I headed out to Spot Coffee (200 East Ave.) this morning to catch the Coffee With … event of The Rochester High Falls International Film Festival (RHFIFF). This event is one of the most consistent winners in my book — I enjoy getting to sit down and talk with creative people. It's always semi-controlled chaos as it's never certain who (among the filmmakers) will show up and who (among the festival goers) will show up so it might be just a handful, or it could be hundreds.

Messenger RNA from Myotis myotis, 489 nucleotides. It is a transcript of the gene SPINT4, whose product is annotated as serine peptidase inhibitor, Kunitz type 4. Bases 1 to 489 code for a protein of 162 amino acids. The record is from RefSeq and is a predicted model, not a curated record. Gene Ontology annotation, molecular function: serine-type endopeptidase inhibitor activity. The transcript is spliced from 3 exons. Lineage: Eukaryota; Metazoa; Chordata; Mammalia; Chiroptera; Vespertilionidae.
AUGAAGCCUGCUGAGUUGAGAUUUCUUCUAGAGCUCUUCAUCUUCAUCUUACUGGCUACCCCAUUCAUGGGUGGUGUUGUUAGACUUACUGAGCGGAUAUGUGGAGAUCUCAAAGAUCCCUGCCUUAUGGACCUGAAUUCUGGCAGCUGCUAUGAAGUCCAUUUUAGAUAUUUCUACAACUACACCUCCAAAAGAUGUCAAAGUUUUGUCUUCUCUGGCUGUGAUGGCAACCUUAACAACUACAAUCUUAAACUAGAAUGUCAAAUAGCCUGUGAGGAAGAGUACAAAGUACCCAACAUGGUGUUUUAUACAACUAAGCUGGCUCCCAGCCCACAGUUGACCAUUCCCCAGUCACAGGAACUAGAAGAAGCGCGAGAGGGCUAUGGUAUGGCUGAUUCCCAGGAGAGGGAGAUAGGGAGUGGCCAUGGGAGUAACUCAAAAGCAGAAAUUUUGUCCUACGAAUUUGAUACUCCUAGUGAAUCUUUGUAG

This time it was in-between. The meeting area was the upper balcony at Spot and there were about 40 people there total of which there were (I think) about 8 filmmakers. It was crowded and challenging — but so personal. I got to chat with a bunch of people including Donald Pusateri who was having a ball at the festival as the husband of filmmaker Maria Pusateri (whom I also met later) — she made Vito After about her brother-in-law Vito Friscia and his battle with health issues following being a first-responder at the 9/11 attacks. I also got to meet Alex Miltsch, the president of Rochester Park Studios (789 Elmgrove Rd.) — hopefully they'll do well, even if it's a risky venture.